There is a lopsided way in which we are living, where the material aspect of life is the be-all, end-all. Thinking & living like that doesn’t allow much room for play. And please don’t say “We live in such a creative playful time! Look at the artists & the creators of our culture, as well as the opportunities for them!” As a professional artist or creative person, I know all too well how orchestrated it is. And as for our culture, there isn’t a democracy. We can talk about the government & law & rights & all sorts of things, & wind-up at a dead end. I see a culture of people wanting to be happy & looking for fulfillment in the mass accumulation of things (or select prized things & positions). I see people desperate for approval & a place to belong. And lets not forget the billions working at jobs they don’t love, but feel like they have to take that sort of work on (in order to play the game we all created).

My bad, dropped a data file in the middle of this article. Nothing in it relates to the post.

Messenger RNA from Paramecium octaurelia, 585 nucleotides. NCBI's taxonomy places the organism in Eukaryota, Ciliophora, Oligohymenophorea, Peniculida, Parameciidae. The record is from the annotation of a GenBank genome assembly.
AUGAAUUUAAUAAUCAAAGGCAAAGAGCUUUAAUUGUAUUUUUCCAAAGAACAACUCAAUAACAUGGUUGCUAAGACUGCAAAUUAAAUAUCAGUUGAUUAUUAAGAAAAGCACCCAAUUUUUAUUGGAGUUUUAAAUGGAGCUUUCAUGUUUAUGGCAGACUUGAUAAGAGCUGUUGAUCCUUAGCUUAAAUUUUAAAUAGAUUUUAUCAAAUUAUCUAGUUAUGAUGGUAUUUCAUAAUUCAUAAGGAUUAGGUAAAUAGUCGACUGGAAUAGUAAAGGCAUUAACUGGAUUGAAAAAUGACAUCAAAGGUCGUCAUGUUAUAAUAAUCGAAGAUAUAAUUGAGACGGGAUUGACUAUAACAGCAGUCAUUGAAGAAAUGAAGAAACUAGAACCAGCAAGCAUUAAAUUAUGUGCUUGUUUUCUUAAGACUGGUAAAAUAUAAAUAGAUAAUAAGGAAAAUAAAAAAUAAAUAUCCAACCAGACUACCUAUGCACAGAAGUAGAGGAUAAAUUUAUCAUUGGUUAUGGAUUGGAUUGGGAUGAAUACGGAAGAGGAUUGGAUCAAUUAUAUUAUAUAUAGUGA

There has to be an easier way. And as I experiment with the words Ease or Effortless in my life, I begin to see more & more that I was sold a bill of goods. I was sold junk concepts that never worked, never felt right, & never gave me a sense of real freedom or joy. The more I look into “not everything depends on fixed laws”, the more I bravely step into the unknown; the more I feel free; the more life feels universal, connected & unlimited — instead of individual, separate & fixed.
Embedded below is the talk by Rupert Sheldrake that TED disapproved of. (Just listen to the clapping & praise Sheldrake got after his talk at the TED conference. Now why would they ban it? It was obviously greatly approved of by the TED conference itself. –Interesting.) And below the video, is a letter that Sheldrake wrote to TED in response to TED’s actions & comments regarding his talk.